Can manure be regulated under the Resource Conservation and Recovery Act? Nearly three years ago, a federal judge said yes, it can be, in a ruling that cast a spotlight on how the dairy industry manages its waste.

The case involved water pollution in Washington state’s Yakima Valley and citizens angry about high nitrate levels, and resulted in a settlement that required three valley dairies to provide drinking water to families three miles downstream, and to adequately line their manure lagoons.

Without the RCRA citizen-suit provision, they would not have been able to obtain such relief, said Jessica Culpepper, Food Project attorney at Public Justice, who represented the Community Association for the Restoration of the Environment and Center for Food Safety in the case.

Culpepper testified last week at a hearing before the House Energy and Commerce Committee’s environment subcommittee. The subject was a “discussion draft” of legislation that would make it more difficult for citizens to sue livestock facilities under RCRA. The draft would bar suits against operations that are already being sued or subject to an administrative proceeding for their manure management.

Rep. Dan Newhouse, R-Wash., who advanced the discussion draft with Rep. Jim Costa, D-Calif., said it would ensure that dairy farmers aren’t subject to “double jeopardy” if they are already working to resolve problems at their operations.

Reps. Jim Costa and Dan Newhouse

California Democrat Jim Costa (left) and Washington Republican Dan Newhouse (right)

The draft has to be turned into legislation and go through Energy and Commerce before reaching the House floor, but Newhouse is “optimistic about the bill’s chances,” said his spokesman, Will Boyington. As yet, there is no companion legislation in the Senate.

RCRA already exempts manure and crop residue from regulation as a solid waste, but only if they are returned to the soil as fertilizer or soil conditioners. The problem the judge found in the Washington case was that more manure than was needed for crops was spread on the ground, resulting in nitrate contamination in drinking water wells.

At the hearing, Newhouse said Cow Palace, the dairy that was sued, was already subject to a consent agreement with EPA and should not have had to deal with a separate lawsuit. Culpepper, however, said the consent agreement didn’t go far enough: Only residences a mile downstream would receive bottled water, and “nutrient management changes were vague, often voluntary, and were insufficient to stop future contamination of the aquifer.”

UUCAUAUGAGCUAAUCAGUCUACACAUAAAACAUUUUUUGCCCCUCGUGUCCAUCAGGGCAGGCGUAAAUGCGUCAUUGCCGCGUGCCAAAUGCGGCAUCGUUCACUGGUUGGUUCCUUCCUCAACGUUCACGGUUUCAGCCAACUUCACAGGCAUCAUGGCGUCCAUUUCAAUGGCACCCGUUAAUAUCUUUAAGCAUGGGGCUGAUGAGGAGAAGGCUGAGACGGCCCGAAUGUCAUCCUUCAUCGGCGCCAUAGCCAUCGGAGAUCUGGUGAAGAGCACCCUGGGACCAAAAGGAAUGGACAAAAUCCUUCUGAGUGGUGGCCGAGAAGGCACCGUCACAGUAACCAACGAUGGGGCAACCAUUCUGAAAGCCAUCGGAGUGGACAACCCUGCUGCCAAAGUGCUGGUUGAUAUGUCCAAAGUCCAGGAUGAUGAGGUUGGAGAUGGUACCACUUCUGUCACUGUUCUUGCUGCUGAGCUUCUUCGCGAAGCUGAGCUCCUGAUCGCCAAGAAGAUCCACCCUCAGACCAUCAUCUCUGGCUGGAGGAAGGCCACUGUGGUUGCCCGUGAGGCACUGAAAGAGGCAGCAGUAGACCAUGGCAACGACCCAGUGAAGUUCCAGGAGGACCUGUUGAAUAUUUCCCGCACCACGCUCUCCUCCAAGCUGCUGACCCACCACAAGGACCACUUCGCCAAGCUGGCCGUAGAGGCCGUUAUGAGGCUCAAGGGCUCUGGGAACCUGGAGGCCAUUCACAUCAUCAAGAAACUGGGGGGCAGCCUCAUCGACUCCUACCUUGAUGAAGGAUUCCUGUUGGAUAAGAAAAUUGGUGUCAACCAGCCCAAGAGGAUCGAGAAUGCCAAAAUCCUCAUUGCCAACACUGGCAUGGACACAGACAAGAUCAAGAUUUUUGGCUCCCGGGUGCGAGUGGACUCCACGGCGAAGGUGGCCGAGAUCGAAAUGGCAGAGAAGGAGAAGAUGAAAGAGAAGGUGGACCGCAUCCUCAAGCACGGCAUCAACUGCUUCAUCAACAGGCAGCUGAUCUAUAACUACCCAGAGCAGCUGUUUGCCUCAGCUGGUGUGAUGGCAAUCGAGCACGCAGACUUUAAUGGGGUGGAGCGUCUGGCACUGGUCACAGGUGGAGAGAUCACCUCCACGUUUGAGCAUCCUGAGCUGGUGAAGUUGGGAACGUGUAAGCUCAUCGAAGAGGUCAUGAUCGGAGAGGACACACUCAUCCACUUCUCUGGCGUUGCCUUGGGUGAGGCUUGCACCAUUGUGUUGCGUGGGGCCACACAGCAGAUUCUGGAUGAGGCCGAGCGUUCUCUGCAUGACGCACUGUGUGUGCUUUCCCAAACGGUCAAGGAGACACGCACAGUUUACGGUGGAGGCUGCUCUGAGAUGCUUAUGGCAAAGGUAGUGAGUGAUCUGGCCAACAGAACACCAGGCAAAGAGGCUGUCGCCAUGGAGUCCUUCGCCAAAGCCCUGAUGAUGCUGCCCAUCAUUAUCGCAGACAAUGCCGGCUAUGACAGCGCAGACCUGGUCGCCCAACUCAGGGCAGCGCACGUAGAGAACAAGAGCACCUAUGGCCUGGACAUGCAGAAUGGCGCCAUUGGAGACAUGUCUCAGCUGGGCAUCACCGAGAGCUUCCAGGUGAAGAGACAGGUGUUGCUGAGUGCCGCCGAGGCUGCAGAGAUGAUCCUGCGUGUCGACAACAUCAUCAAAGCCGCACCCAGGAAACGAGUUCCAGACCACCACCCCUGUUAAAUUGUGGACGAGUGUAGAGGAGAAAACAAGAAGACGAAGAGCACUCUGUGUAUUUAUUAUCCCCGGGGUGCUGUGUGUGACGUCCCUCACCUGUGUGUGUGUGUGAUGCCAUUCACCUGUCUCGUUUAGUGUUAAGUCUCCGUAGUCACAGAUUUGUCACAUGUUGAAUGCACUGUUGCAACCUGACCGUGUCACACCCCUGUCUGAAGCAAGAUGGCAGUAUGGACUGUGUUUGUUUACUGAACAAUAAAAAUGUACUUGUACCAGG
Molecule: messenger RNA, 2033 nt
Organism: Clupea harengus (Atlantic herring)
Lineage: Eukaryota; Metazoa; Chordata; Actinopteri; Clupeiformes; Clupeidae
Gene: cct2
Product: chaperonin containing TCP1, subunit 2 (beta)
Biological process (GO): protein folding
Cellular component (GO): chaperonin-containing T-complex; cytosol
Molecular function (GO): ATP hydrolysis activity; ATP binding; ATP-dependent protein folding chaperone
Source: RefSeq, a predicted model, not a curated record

“The legislation is straightforward and limited in scope to the citizen suit provisions under RCRA,” Newhouse said. “Simply put, this legislation covers only the agricultural activities that are already exempt under EPA’s RCRA regulations.”

And Dan Wood, executive director of the Washington State Dairy Federation, told the subcommittee, “If there is an error or allegation being addressed with a state or federal regulator, then the farms should not face a citizen lawsuit if they are working in good faith with the regulatory agencies with authority over the respective laws.”

Culpepper, however, said rural residents are not eager to bring RCRA lawsuits. In fact, the Cow Palace litigation is “the only successful RCRA citizen enforcement action brought on behalf of a rural community against a (concentrated animal feeding operation).”

“I can say that these actions are costly, time consuming, and extremely difficult to bring,” she said at the hearing.

A number of interested parties have weighed in on the potential legislation. Researchers at The Johns Hopkins Center for a Livable Future, in Baltimore, for example, said that RCRA citizen suits “provide a much needed avenue for recourse against the pollution of private groundwater wells, especially since groundwater and private wells are not covered by existing federal regulation: The Safe Drinking Water Act does not apply to private wells, (EPA) does not regulate private groundwater wells, and the Clean Water Act only applies to navigable, or surface, waters.”

And more than 1,400 farmers, ranchers, business owners, health experts, concerned and impacted communities, and public interest groups said in a letter that under the discussion draft, “a state agency … could issue a notice of violation, letter, or order (without penalties), or even simply have a meeting, directing a polluter to take an action. In the presence of any such administrative act, which often involves negligible effort by a state agency and may never result in protection, a citizen suit to require compliance or cleanup could never go forward.”


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